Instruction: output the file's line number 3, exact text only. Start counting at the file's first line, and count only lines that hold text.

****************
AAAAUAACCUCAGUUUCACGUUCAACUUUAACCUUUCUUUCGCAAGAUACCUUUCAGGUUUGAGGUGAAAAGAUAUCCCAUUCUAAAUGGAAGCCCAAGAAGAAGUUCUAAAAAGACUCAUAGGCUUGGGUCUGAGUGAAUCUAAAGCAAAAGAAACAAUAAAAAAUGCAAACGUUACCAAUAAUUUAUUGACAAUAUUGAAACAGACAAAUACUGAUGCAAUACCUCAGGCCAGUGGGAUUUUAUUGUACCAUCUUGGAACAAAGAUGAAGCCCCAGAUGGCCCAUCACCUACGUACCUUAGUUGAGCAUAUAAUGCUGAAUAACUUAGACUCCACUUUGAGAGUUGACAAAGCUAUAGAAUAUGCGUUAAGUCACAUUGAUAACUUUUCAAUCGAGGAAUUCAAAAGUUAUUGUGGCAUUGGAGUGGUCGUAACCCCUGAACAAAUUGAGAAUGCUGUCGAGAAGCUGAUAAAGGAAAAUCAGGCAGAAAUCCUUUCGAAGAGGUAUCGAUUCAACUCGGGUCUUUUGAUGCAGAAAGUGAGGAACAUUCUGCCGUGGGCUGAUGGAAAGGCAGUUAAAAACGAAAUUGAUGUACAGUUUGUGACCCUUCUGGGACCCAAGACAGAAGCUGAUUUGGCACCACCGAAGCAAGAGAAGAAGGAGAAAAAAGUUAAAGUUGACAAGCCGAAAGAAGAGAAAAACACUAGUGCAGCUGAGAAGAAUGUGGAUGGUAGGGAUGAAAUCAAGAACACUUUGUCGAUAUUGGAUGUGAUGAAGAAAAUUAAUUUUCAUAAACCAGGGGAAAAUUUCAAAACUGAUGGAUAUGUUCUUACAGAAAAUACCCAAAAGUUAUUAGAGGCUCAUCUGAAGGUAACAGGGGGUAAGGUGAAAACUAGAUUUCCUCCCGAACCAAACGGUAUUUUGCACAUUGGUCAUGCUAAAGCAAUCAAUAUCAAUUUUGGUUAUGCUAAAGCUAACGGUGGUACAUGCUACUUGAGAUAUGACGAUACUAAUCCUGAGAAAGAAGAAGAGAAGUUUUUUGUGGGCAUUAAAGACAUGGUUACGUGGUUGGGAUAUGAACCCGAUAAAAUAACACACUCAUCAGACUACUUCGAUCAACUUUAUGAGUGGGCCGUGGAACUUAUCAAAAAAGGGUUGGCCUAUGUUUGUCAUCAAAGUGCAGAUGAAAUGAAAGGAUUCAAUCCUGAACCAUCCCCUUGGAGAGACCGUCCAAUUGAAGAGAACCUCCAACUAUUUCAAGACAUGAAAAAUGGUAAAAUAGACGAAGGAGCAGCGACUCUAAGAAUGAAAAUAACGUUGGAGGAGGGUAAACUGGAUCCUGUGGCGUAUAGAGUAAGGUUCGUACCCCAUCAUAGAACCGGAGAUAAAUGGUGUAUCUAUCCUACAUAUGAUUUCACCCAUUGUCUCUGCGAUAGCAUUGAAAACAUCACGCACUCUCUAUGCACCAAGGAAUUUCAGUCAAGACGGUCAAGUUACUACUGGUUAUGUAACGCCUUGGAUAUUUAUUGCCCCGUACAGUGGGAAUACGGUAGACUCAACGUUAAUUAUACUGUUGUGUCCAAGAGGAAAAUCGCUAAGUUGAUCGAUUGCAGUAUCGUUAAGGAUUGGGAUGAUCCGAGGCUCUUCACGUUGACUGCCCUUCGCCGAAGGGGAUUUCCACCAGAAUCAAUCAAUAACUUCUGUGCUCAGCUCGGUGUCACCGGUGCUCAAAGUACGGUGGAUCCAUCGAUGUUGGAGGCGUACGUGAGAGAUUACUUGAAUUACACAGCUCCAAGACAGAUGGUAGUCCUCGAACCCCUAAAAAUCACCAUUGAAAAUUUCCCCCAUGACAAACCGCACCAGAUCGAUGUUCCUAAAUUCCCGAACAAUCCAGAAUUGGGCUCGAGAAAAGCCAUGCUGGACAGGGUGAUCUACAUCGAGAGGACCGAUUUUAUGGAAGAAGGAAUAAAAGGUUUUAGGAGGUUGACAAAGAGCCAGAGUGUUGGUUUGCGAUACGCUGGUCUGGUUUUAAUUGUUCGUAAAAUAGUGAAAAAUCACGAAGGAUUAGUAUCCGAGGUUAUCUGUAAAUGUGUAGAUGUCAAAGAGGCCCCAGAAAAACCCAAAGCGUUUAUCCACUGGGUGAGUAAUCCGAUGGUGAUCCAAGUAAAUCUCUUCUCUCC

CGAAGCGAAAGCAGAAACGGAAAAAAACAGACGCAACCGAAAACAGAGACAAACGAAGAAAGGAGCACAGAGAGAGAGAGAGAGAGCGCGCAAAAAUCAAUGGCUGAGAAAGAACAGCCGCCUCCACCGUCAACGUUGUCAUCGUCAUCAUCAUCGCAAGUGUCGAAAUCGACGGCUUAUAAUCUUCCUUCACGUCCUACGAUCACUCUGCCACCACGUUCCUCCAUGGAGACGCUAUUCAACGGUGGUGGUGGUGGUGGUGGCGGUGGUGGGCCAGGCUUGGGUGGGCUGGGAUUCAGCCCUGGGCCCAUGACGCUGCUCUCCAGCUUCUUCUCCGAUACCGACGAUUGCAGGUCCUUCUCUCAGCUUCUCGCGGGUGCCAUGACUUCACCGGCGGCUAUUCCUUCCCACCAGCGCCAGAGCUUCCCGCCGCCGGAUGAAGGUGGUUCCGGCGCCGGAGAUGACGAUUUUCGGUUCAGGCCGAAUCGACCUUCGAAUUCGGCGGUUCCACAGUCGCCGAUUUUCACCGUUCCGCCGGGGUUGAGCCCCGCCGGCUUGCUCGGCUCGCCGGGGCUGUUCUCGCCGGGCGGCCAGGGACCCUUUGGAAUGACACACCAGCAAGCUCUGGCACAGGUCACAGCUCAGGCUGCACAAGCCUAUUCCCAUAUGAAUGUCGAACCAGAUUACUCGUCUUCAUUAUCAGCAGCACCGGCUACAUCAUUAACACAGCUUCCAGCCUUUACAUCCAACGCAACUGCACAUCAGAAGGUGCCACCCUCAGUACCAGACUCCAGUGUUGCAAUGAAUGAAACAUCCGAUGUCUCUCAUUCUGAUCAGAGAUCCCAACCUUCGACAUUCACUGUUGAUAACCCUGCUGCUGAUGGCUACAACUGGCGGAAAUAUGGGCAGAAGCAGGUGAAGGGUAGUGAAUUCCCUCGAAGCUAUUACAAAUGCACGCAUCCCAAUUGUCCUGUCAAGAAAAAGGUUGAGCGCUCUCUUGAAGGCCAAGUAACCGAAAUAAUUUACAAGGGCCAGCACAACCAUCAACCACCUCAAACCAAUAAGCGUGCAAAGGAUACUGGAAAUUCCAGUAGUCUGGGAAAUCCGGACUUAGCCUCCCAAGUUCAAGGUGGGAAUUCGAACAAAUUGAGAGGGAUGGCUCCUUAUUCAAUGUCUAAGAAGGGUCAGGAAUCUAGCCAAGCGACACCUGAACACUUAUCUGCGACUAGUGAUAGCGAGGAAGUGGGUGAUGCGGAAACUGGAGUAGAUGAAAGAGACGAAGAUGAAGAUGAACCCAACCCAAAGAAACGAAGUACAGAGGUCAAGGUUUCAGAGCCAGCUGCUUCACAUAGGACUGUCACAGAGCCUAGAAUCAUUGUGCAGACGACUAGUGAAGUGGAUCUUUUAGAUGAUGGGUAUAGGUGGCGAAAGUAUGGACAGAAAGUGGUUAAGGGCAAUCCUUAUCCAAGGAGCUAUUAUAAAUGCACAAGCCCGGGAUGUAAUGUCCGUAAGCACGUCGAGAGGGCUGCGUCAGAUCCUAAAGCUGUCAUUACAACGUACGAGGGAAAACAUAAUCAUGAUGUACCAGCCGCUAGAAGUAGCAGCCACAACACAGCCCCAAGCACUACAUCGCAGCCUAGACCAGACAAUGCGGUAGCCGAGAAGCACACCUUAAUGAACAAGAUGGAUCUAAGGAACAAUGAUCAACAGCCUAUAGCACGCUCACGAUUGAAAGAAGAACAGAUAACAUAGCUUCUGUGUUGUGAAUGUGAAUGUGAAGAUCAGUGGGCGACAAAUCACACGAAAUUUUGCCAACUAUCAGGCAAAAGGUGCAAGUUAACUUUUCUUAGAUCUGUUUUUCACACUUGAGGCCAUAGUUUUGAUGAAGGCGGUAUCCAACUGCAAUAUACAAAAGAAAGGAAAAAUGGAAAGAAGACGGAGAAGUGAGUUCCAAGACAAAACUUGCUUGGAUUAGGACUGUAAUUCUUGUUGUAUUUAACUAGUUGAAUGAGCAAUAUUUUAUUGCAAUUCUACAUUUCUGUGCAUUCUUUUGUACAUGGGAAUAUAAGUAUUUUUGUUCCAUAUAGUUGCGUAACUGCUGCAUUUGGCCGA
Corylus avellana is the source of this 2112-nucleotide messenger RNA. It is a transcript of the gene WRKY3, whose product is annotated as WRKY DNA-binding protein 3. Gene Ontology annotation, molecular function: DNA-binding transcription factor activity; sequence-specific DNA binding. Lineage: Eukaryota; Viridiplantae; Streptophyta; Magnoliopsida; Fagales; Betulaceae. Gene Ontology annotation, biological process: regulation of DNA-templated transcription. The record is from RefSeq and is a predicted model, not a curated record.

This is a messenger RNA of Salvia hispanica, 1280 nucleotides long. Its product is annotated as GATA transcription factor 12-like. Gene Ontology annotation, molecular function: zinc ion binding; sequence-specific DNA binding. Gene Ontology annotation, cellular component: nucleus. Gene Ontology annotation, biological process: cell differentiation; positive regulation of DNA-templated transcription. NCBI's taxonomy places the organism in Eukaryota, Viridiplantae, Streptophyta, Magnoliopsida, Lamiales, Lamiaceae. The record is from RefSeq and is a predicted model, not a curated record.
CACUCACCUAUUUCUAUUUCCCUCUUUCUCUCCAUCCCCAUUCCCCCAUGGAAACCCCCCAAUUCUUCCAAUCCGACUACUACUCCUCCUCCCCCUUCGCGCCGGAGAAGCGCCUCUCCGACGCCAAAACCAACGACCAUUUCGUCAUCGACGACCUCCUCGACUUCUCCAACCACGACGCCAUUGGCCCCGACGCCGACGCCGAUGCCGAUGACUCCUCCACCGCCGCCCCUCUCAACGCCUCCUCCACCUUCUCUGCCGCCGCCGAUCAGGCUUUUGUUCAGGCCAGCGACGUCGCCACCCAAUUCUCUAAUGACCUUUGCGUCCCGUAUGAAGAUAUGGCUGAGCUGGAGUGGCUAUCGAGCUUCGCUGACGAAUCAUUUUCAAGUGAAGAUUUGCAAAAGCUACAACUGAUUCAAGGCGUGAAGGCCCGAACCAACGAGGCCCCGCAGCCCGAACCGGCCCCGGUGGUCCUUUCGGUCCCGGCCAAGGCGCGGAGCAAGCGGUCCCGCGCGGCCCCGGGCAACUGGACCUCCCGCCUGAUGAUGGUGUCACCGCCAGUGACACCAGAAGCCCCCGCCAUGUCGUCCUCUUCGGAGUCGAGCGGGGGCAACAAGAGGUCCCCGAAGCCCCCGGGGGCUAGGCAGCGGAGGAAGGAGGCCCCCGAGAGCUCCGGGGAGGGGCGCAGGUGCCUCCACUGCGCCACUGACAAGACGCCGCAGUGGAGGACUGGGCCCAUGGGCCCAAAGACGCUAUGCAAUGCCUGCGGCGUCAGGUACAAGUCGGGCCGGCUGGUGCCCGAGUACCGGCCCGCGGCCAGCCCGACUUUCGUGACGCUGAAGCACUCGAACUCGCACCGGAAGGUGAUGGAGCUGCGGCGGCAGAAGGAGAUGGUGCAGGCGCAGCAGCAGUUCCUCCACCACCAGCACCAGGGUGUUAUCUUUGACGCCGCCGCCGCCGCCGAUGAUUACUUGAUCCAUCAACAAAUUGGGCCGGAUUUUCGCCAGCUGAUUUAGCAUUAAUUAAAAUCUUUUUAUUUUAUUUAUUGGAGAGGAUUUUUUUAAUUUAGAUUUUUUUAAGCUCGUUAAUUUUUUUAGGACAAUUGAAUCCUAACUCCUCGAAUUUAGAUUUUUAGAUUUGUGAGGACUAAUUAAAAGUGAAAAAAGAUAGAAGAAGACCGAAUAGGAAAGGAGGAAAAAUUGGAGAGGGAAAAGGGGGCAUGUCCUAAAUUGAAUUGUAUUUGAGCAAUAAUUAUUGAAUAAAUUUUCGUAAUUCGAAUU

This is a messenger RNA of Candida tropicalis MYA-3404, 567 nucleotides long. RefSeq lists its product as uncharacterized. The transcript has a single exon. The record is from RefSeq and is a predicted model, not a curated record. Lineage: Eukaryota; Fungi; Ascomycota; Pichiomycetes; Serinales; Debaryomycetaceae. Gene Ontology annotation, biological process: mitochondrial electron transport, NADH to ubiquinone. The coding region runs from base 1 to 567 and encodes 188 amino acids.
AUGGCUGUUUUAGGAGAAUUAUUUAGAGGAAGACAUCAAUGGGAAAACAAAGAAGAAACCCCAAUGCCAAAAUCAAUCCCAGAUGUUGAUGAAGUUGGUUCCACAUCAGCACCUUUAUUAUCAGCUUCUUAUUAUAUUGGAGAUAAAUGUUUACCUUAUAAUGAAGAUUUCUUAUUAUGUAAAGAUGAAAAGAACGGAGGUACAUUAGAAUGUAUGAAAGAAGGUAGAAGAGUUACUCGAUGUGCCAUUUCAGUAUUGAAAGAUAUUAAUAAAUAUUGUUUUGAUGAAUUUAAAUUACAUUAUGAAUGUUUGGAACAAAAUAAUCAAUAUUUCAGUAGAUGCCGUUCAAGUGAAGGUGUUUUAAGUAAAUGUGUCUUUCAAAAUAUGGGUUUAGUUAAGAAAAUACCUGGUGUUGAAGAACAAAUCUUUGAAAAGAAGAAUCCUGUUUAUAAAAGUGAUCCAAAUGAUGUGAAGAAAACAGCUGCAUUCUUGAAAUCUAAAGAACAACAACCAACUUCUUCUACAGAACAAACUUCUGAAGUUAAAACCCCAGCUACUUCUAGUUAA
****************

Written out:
Corylus avellana is the source of this 2112-nucleotide messenger RNA. It is a transcript of the gene WRKY3, whose product is annotated as WRKY DNA-binding protein 3. Gene Ontology annotation, molecular function: DNA-binding transcription factor activity; sequence-specific DNA binding. Lineage: Eukaryota; Viridiplantae; Streptophyta; Magnoliopsida; Fagales; Betulaceae. Gene Ontology annotation, biological process: regulation of DNA-templated transcription. The record is from RefSeq and is a predicted model, not a curated record.